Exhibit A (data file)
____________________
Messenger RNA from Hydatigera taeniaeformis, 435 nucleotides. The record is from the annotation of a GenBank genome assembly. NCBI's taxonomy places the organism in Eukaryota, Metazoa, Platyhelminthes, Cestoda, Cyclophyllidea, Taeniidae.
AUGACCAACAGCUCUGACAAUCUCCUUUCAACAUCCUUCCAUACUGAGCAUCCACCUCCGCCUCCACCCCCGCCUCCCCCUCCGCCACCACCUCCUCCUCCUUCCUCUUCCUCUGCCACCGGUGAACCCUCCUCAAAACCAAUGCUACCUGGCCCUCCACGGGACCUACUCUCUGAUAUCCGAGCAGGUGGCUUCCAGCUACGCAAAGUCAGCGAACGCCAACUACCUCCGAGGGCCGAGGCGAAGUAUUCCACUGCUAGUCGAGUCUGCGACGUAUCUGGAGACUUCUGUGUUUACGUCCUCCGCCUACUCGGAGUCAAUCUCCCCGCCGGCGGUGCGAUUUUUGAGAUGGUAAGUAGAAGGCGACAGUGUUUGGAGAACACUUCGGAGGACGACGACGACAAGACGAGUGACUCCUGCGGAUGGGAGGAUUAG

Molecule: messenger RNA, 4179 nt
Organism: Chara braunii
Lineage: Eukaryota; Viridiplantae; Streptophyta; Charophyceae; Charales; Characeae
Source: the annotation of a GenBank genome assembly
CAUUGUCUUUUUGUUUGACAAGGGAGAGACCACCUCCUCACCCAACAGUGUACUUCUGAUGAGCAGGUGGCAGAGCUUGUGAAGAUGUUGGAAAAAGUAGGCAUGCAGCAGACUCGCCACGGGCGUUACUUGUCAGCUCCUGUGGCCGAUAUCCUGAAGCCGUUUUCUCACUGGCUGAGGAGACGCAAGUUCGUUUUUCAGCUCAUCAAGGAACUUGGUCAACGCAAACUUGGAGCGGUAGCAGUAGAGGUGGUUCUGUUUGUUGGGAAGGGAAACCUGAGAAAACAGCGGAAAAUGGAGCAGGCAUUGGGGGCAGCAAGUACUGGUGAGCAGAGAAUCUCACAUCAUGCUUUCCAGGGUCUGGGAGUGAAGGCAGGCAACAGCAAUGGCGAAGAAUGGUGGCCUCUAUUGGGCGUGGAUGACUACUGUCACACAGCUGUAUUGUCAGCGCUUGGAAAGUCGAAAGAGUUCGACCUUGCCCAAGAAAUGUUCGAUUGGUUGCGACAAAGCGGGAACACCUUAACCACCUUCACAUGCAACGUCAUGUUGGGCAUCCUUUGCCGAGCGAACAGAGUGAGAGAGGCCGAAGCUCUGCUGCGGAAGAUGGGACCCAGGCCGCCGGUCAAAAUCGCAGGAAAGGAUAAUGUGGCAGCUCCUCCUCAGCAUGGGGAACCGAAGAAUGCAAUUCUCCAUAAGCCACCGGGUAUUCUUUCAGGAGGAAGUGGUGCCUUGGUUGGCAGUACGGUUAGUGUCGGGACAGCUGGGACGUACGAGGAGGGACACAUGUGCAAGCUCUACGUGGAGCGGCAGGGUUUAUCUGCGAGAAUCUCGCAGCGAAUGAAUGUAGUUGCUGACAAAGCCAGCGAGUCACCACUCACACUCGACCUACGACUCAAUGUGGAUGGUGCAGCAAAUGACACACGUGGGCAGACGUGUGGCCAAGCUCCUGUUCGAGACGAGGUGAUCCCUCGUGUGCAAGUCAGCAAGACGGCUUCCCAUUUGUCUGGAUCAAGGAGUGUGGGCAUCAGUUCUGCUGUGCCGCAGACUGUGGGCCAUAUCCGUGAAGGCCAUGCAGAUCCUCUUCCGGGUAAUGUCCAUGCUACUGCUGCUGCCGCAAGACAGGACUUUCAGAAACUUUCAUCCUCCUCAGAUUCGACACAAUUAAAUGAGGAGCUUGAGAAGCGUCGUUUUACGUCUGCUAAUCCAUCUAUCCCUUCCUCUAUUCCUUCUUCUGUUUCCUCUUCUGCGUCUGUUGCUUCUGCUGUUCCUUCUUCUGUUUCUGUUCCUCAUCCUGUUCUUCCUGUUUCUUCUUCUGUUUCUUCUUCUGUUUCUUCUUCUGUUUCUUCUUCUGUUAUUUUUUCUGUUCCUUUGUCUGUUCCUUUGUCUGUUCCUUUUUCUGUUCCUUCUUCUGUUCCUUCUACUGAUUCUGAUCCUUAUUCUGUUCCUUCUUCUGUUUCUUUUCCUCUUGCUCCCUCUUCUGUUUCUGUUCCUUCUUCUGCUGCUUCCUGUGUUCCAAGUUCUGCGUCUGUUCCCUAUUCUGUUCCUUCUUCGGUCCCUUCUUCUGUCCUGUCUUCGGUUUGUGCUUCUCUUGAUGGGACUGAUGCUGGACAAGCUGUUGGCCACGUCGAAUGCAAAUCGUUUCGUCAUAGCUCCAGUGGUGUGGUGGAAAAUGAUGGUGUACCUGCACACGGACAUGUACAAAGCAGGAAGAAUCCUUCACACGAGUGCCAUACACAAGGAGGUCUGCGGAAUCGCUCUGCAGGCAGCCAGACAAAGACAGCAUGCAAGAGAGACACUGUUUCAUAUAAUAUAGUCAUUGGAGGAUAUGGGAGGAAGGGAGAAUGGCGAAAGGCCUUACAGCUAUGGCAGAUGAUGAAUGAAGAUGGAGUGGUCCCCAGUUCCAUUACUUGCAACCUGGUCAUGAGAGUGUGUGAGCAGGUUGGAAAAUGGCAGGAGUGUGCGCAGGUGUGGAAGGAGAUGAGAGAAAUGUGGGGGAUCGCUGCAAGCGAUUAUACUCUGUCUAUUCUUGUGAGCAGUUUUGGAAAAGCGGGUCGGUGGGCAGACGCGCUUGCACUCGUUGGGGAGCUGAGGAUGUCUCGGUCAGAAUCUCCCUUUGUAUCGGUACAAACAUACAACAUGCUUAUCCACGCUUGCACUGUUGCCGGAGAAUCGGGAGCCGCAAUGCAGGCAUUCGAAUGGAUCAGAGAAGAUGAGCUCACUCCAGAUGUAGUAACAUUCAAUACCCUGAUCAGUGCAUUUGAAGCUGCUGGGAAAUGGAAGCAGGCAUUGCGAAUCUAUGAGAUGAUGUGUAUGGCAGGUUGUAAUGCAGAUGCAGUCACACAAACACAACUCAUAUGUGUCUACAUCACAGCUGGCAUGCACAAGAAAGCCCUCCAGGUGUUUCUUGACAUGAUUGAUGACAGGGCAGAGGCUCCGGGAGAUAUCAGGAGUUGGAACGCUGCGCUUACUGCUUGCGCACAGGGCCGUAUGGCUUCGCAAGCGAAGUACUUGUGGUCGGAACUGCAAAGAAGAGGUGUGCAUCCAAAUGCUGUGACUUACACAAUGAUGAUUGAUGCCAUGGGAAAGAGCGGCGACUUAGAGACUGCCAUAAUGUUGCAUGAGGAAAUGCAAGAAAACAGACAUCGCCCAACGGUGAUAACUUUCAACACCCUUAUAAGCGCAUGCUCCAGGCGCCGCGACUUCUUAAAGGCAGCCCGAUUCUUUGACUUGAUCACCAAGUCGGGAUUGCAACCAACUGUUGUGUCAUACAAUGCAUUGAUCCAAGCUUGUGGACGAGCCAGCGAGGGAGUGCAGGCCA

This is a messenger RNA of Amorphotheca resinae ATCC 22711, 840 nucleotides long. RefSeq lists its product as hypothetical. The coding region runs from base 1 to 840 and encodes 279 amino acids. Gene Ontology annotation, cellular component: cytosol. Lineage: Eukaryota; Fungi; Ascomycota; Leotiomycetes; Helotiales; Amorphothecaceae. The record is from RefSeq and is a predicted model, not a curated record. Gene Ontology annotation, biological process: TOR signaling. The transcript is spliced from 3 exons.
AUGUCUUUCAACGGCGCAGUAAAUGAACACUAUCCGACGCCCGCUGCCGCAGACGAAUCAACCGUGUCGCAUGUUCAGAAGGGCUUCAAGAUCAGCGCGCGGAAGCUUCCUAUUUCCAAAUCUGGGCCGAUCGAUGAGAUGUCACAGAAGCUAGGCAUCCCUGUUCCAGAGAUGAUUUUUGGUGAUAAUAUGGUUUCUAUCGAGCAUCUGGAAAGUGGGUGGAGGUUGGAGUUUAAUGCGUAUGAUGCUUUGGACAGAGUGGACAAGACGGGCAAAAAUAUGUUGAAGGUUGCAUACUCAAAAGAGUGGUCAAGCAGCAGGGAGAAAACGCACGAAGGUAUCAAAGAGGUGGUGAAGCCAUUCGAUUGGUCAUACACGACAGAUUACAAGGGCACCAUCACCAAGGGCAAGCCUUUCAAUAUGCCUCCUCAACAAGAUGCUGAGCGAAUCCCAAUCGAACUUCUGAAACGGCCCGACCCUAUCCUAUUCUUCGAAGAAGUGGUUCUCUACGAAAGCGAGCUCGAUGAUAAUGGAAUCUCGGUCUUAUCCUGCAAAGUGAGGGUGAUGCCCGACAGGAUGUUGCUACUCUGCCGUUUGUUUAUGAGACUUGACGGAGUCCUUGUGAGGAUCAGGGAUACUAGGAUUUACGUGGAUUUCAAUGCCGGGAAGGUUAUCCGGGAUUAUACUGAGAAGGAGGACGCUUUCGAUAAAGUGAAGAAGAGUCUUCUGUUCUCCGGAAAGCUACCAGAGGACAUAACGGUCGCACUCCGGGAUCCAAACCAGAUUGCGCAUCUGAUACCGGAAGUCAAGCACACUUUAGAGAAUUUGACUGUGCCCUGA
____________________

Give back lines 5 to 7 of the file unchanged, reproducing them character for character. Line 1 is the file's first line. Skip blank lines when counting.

Lineage: Eukaryota; Viridiplantae; Streptophyta; Charophyceae; Charales; Characeae
Source: the annotation of a GenBank genome assembly
CAUUGUCUUUUUGUUUGACAAGGGAGAGACCACCUCCUCACCCAACAGUGUACUUCUGAUGAGCAGGUGGCAGAGCUUGUGAAGAUGUUGGAAAAAGUAGGCAUGCAGCAGACUCGCCACGGGCGUUACUUGUCAGCUCCUGUGGCCGAUAUCCUGAAGCCGUUUUCUCACUGGCUGAGGAGACGCAAGUUCGUUUUUCAGCUCAUCAAGGAACUUGGUCAACGCAAACUUGGAGCGGUAGCAGUAGAGGUGGUUCUGUUUGUUGGGAAGGGAAACCUGAGAAAACAGCGGAAAAUGGAGCAGGCAUUGGGGGCAGCAAGUACUGGUGAGCAGAGAAUCUCACAUCAUGCUUUCCAGGGUCUGGGAGUGAAGGCAGGCAACAGCAAUGGCGAAGAAUGGUGGCCUCUAUUGGGCGUGGAUGACUACUGUCACACAGCUGUAUUGUCAGCGCUUGGAAAGUCGAAAGAGUUCGACCUUGCCCAAGAAAUGUUCGAUUGGUUGCGACAAAGCGGGAACACCUUAACCACCUUCACAUGCAACGUCAUGUUGGGCAUCCUUUGCCGAGCGAACAGAGUGAGAGAGGCCGAAGCUCUGCUGCGGAAGAUGGGACCCAGGCCGCCGGUCAAAAUCGCAGGAAAGGAUAAUGUGGCAGCUCCUCCUCAGCAUGGGGAACCGAAGAAUGCAAUUCUCCAUAAGCCACCGGGUAUUCUUUCAGGAGGAAGUGGUGCCUUGGUUGGCAGUACGGUUAGUGUCGGGACAGCUGGGACGUACGAGGAGGGACACAUGUGCAAGCUCUACGUGGAGCGGCAGGGUUUAUCUGCGAGAAUCUCGCAGCGAAUGAAUGUAGUUGCUGACAAAGCCAGCGAGUCACCACUCACACUCGACCUACGACUCAAUGUGGAUGGUGCAGCAAAUGACACACGUGGGCAGACGUGUGGCCAAGCUCCUGUUCGAGACGAGGUGAUCCCUCGUGUGCAAGUCAGCAAGACGGCUUCCCAUUUGUCUGGAUCAAGGAGUGUGGGCAUCAGUUCUGCUGUGCCGCAGACUGUGGGCCAUAUCCGUGAAGGCCAUGCAGAUCCUCUUCCGGGUAAUGUCCAUGCUACUGCUGCUGCCGCAAGACAGGACUUUCAGAAACUUUCAUCCUCCUCAGAUUCGACACAAUUAAAUGAGGAGCUUGAGAAGCGUCGUUUUACGUCUGCUAAUCCAUCUAUCCCUUCCUCUAUUCCUUCUUCUGUUUCCUCUUCUGCGUCUGUUGCUUCUGCUGUUCCUUCUUCUGUUUCUGUUCCUCAUCCUGUUCUUCCUGUUUCUUCUUCUGUUUCUUCUUCUGUUUCUUCUUCUGUUUCUUCUUCUGUUAUUUUUUCUGUUCCUUUGUCUGUUCCUUUGUCUGUUCCUUUUUCUGUUCCUUCUUCUGUUCCUUCUACUGAUUCUGAUCCUUAUUCUGUUCCUUCUUCUGUUUCUUUUCCUCUUGCUCCCUCUUCUGUUUCUGUUCCUUCUUCUGCUGCUUCCUGUGUUCCAAGUUCUGCGUCUGUUCCCUAUUCUGUUCCUUCUUCGGUCCCUUCUUCUGUCCUGUCUUCGGUUUGUGCUUCUCUUGAUGGGACUGAUGCUGGACAAGCUGUUGGCCACGUCGAAUGCAAAUCGUUUCGUCAUAGCUCCAGUGGUGUGGUGGAAAAUGAUGGUGUACCUGCACACGGACAUGUACAAAGCAGGAAGAAUCCUUCACACGAGUGCCAUACACAAGGAGGUCUGCGGAAUCGCUCUGCAGGCAGCCAGACAAAGACAGCAUGCAAGAGAGACACUGUUUCAUAUAAUAUAGUCAUUGGAGGAUAUGGGAGGAAGGGAGAAUGGCGAAAGGCCUUACAGCUAUGGCAGAUGAUGAAUGAAGAUGGAGUGGUCCCCAGUUCCAUUACUUGCAACCUGGUCAUGAGAGUGUGUGAGCAGGUUGGAAAAUGGCAGGAGUGUGCGCAGGUGUGGAAGGAGAUGAGAGAAAUGUGGGGGAUCGCUGCAAGCGAUUAUACUCUGUCUAUUCUUGUGAGCAGUUUUGGAAAAGCGGGUCGGUGGGCAGACGCGCUUGCACUCGUUGGGGAGCUGAGGAUGUCUCGGUCAGAAUCUCCCUUUGUAUCGGUACAAACAUACAACAUGCUUAUCCACGCUUGCACUGUUGCCGGAGAAUCGGGAGCCGCAAUGCAGGCAUUCGAAUGGAUCAGAGAAGAUGAGCUCACUCCAGAUGUAGUAACAUUCAAUACCCUGAUCAGUGCAUUUGAAGCUGCUGGGAAAUGGAAGCAGGCAUUGCGAAUCUAUGAGAUGAUGUGUAUGGCAGGUUGUAAUGCAGAUGCAGUCACACAAACACAACUCAUAUGUGUCUACAUCACAGCUGGCAUGCACAAGAAAGCCCUCCAGGUGUUUCUUGACAUGAUUGAUGACAGGGCAGAGGCUCCGGGAGAUAUCAGGAGUUGGAACGCUGCGCUUACUGCUUGCGCACAGGGCCGUAUGGCUUCGCAAGCGAAGUACUUGUGGUCGGAACUGCAAAGAAGAGGUGUGCAUCCAAAUGCUGUGACUUACACAAUGAUGAUUGAUGCCAUGGGAAAGAGCGGCGACUUAGAGACUGCCAUAAUGUUGCAUGAGGAAAUGCAAGAAAACAGACAUCGCCCAACGGUGAUAACUUUCAACACCCUUAUAAGCGCAUGCUCCAGGCGCCGCGACUUCUUAAAGGCAGCCCGAUUCUUUGACUUGAUCACCAAGUCGGGAUUGCAACCAACUGUUGUGUCAUACAAUGCAUUGAUCCAAGCUUGUGGACGAGCCAGCGAGGGAGUGCAGGCCA